Friday, November 2, 2012

Storyteller's Journey

The Domino Effect

I spend much more time than I should contemplating story structure. Like most aspiring authors, I have read numerous books on the craft of writing. However, even though my brain is full of "how-to" tips on writing a successful novel, I still have those ah-ha moments.

After finishing another revision for my W.I.P. I was painfully aware that I had not taken my story across the finish line. "What is it?" I thought. I realized that my story felt disjointed and lacked continuity, so I took a closer look at my scenes. I decided to use 3X5 cards and record every scene in my story. I asked myself the following questions:

What is the mission of the scene?
What is the desire of the protagonist in the scene?
What information is learned in the scene that is important to the main plot?
What is the scene's climax?
(Plus several more pertinent questions gleaned from various sources.)

The last question I asked myself was the clincher:
What change occurs at the end of the scene to propel the story to the next scene? Although I am very aware of the need to end each scene with momentum; on several scenes I had failed. Then I had a picture in my mind of dominoes. An ah-ha moment: If just one domino fails to fall, the chain reaction (that is so enticing to watch) will be broken. The Domino Effect applied to my story! I realized that with a number of my scenes losing momentum, the flow of my story, and its pace, had faltered.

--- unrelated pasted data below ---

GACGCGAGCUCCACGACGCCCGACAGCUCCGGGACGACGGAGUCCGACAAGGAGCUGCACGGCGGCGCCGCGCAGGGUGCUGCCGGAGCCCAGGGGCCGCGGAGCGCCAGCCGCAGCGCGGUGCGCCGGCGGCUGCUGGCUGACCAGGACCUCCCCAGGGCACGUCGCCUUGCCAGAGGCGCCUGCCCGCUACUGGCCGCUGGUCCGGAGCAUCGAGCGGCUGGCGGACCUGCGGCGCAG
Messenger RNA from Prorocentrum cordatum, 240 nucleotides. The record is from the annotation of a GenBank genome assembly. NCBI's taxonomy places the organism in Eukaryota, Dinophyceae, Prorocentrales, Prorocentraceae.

(Shown below are my fifty-eight "domino" note cards with information on both sides.)


As frustrating as this revelation was, it came at a great time: Tomorrow I'll be attending Getting It Right! - Revision Intensive Workshop taught by the accomplished author, Suzanne Morgan Williams.

As I put more muscle on my manuscript it's requiring that my own writing muscles be flexed in the process!


  1. Excellent post, Victoria.

  2. Ooo, love the domino comparison. That's a great way to think of it, easy to visualize. I'll have to keep that in mind as I go through my work.

    1. Thanks, Sara. It really helped me,too.
      Have a great weekend!

  3. Good post. I know for a long time I was thinking only about the book's arc, not each scene, and recently I got feedback on one of the many rewrites of my book about how each scene needs to build to a particular focus. What a difference that insight made!

    Hope you have a great workshop!

    1. Thanks so much, Elizabeth. Hope you have a wonderful weekend!

  4. Oh my, you are in good company. I do this too. One day hopefully our brains will do this automatically as we write. Wouldn't that be swell?
    I tagged you on my blog if you wanna play writing-tag.

    1. Hey, thanks, Tanya. I just dropped by "Life's Like That," your blog is great!
      I'll answer the tough questions next week! ^_^